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Frank Lloyd Wright and the Prairie School in the Midwest

Landmarks of American History and Culture Workshops for School Teachers

Postmark Deadline: March 4, 2013

Two one-week workshops for eighty school teachers on the architecture of Frank Lloyd Wright and the Prairie School in Mason City, Iowa.

This workshop focuses on Frank Lloyd Wright and the Prairie School of architecture, led by co-directors Paula Mohr (architectural historian, Iowa State Historic Preservation Office) and Patricia Schultz (chair, Wright on the Park's Education Committee). The Historic Park Inn Hotel, the world's last remaining hotel designed by Wright, serves as workshop headquarters, for seminars as well as participants' lodging, and is itself the focus of a detailed tour on Monday. Architectural historian Richard Guy Wilson (University of Virginia) offers several sessions in the first few days, discussing the role of architecture in the study of history and culture, the origins of the Prairie School and Wright's early work, and the relationship between the Arts and Crafts movement and the Prairie School. Midweek in the Rock Crest and Rock Glen neighborhoods, participants tour the Stockman House, designed by Wright, alongside three houses by Prairie School architects Walter Burley Griffin and Marion Mahony. Historian Paul Kruty (University of Illinois at Urbana-Champaign) gives presentations on Griffin and Mahony and on the design for the neighborhood. Dennis Domer (American studies, University of Kansas) discusses Prairie School landscape design, and art historian Barbara Mooney (University of Iowa) places the Prairie School's work in the context of other Midwestern architecture of the time. The program's final day includes a Mason City walking tour aimed to "illustrate how the study of any community's architecture can serve as an effective tool for teaching art, history, and culture." A roundtable of participant presentations and concluding sessions on Wright's legacy and pedagogical strategies bring the workshop to a close.

Dates: July 14-19 or August 4-9
Director(s): Patricia Schultz and Paula Mohr
Grantee Institutions: Wright on the Park, Inc.
Location: Mason City, IA
Information:

About NEH Landmarks of American History: Workshops for School Teachers

The National Endowment for the Humanities is an independent grant-making agency of the federal government. As part of the NEH’s We the People program, we offer the following Landmarks of American History and Culture Workshops for School Teachers. NEH Landmarks of American History and Culture Workshops provide the opportunity for K-12 educators to engage in intensive study and discussion of important topics in American history and culture. These one-week programs will give participants direct experiences in the interpretation of significant historical and cultural sites and the use of archival and other primary evidence. Landmarks Workshops present the best scholarship on a specific landmark or related cluster of landmarks, enabling participants to gain a sense of the importance of historical places, to make connections between what they learn in the Workshop and what they teach, and to develop enhanced teaching or research materials.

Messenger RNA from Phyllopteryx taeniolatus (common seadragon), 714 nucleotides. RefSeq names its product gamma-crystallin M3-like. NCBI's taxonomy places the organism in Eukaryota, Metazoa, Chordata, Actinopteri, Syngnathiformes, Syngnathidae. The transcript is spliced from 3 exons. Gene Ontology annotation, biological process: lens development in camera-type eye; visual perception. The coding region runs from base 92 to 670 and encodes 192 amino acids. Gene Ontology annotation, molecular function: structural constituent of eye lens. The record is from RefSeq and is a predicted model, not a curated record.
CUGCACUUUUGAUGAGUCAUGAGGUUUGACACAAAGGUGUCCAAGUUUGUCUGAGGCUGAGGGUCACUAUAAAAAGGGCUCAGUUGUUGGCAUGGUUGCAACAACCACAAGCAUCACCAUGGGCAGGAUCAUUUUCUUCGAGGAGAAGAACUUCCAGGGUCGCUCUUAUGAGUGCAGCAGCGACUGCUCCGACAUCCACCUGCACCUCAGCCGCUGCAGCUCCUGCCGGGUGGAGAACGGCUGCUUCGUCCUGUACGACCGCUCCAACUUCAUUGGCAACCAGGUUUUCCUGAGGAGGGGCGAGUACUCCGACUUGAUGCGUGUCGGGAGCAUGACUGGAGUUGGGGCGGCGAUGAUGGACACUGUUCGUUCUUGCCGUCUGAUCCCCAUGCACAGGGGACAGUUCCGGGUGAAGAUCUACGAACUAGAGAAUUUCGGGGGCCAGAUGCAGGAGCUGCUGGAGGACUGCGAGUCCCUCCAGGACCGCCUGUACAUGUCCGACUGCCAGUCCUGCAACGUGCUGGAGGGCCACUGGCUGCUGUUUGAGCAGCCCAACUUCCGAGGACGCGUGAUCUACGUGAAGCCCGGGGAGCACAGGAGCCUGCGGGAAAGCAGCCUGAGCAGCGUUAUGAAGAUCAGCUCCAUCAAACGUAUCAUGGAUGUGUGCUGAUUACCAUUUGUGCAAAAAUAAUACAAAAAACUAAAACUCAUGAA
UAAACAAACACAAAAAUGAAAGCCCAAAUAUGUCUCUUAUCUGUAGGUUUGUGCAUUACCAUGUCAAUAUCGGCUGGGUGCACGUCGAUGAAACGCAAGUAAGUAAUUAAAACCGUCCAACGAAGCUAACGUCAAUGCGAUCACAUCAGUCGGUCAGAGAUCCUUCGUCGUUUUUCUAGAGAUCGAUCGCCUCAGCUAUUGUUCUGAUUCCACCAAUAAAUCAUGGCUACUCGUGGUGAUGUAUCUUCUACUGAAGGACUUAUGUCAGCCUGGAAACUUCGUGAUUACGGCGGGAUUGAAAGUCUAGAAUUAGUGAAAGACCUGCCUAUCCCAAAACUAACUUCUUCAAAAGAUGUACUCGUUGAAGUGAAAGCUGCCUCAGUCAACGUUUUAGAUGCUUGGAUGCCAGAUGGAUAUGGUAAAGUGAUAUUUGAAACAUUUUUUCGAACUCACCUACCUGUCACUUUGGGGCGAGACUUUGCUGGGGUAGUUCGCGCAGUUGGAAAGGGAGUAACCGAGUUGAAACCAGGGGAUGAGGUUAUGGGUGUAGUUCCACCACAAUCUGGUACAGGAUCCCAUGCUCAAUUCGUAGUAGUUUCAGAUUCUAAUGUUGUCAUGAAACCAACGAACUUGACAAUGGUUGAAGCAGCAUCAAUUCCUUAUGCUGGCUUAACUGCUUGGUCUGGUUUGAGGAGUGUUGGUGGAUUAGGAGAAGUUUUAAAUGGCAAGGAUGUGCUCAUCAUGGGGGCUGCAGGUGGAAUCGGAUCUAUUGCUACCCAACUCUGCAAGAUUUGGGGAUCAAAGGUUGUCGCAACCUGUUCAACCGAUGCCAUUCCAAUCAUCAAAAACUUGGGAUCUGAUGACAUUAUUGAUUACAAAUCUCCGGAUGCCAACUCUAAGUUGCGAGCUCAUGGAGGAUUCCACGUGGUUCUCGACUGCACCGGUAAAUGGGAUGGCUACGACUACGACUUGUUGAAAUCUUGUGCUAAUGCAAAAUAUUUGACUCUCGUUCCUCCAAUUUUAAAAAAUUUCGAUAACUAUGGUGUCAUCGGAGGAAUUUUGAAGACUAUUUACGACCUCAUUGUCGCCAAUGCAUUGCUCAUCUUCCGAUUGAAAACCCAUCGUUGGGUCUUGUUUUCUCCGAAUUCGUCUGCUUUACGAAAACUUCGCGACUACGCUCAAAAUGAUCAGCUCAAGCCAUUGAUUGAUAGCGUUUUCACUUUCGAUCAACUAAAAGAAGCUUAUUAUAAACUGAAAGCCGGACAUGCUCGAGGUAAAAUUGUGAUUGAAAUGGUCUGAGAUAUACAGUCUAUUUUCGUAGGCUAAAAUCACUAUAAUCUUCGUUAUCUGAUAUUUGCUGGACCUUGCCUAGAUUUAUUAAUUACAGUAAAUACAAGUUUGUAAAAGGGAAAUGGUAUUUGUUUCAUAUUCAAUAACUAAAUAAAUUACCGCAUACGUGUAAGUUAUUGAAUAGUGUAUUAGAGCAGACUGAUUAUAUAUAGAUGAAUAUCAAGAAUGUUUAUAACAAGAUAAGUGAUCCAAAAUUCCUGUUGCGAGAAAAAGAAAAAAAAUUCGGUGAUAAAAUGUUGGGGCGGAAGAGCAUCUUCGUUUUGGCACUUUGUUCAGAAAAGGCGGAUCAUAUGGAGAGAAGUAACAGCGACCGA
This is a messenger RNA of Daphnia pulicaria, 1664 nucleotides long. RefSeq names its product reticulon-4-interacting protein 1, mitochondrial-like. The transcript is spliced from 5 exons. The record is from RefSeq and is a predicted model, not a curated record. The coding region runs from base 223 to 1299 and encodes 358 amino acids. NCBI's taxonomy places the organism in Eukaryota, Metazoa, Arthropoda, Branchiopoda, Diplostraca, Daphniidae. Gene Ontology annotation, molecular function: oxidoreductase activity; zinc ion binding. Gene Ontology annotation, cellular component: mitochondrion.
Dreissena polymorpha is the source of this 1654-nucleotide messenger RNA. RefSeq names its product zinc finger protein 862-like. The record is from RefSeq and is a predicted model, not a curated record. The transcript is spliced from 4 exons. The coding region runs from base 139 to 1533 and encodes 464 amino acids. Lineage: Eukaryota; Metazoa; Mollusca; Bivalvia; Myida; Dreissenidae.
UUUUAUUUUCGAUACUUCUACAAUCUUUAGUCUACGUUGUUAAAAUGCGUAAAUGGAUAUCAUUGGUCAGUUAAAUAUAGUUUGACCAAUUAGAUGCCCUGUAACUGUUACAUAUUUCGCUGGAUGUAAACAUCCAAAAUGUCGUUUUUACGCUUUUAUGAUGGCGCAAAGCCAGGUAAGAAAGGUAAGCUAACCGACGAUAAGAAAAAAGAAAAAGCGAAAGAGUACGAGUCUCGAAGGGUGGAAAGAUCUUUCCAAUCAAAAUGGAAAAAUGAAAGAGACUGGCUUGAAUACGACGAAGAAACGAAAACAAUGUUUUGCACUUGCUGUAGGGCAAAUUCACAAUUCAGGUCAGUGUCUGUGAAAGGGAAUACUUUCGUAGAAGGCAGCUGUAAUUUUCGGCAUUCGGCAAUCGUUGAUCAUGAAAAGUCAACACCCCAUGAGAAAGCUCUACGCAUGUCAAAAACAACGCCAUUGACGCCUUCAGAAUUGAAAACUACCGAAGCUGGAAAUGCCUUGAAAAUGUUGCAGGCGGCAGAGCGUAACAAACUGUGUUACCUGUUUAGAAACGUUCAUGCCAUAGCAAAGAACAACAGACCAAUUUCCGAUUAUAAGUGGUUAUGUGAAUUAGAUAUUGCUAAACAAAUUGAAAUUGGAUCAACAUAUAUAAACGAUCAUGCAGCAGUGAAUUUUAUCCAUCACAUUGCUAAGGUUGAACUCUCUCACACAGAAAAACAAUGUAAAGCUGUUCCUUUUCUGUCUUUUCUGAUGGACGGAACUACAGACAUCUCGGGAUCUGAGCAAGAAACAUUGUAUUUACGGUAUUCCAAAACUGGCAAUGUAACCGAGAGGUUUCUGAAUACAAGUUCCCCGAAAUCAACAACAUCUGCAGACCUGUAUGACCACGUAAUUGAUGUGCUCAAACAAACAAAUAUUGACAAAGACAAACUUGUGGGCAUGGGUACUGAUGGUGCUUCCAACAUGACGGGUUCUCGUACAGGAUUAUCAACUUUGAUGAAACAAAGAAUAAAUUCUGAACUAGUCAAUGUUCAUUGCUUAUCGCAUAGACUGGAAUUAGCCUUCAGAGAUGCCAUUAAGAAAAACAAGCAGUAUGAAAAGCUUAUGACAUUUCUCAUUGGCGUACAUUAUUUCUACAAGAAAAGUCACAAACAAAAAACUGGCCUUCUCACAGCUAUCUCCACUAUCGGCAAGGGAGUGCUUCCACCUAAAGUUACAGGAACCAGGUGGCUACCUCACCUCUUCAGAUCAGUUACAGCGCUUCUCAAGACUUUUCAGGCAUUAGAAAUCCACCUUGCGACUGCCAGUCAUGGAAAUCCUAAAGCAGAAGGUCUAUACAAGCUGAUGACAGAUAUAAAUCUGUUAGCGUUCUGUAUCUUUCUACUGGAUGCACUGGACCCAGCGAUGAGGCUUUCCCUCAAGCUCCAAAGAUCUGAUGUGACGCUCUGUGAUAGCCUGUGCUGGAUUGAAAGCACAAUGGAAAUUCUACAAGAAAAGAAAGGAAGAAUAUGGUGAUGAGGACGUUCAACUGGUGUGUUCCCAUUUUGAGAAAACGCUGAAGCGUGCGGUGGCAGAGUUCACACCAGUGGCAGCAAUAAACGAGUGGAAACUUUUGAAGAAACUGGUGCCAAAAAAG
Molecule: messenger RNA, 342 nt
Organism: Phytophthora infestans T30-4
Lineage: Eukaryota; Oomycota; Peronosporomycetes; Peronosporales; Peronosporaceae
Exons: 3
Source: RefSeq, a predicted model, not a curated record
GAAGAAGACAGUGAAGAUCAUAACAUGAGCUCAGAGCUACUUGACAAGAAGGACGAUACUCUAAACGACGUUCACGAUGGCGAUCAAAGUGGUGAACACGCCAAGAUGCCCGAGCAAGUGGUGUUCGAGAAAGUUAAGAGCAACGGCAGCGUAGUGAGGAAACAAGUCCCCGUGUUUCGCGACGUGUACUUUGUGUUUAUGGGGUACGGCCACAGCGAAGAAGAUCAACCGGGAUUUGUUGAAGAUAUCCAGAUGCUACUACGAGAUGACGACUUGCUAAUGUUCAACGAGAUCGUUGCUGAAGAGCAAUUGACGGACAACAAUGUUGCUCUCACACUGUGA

Amount of Award

Teachers selected to participate will receive a stipend of $1,200 at the end of the residential Workshop session. Stipends are intended to help cover living expenses, books, and travel expenses to and from the Workshop location.

Eligibility

These projects are designed principally for classroom teachers and librarians in public, charter, independent, and religiously-affiliated schools, as well as home schooling parents. Other K-12 school personnel, including administrators, substitute teachers, and classroom professionals, are eligible to participate, subject to available space.

Teachers at schools in the United States or its territorial possessions or Americans teaching in foreign schools where at least 50 percent of the students are American nationals are eligible for this program. Applicants must be United States citizens, residents of U.S. jurisdictions, or foreign nationals who have been residing in the United States or its territories for at least the three years immediately preceding the application deadline. Foreign nationals teaching abroad at non-U.S. chartered institutions are not eligible to apply.

Applicants must complete the NEH application and provide all of the information requested to be considered eligible.

New this year: An individual may apply to up to two NEH Summer Programs in any one year (Landmarks Workshops, Summer Seminars, or Summer Institutes), but may participate in only one. Please note that eligibility criteria differ significantly between the Landmarks Workshops and the Seminars and Institutes Programs.

How to Apply

Please e-mail, telephone or send by U.S. Post a request for application information and expanded Workshop descriptions to the Landmarks directors listed here; in many cases, these materials will also be available on project Web sites. You may request information about as many Workshops as you like, and, as noted above, you may apply to up to two programs but participate in only one.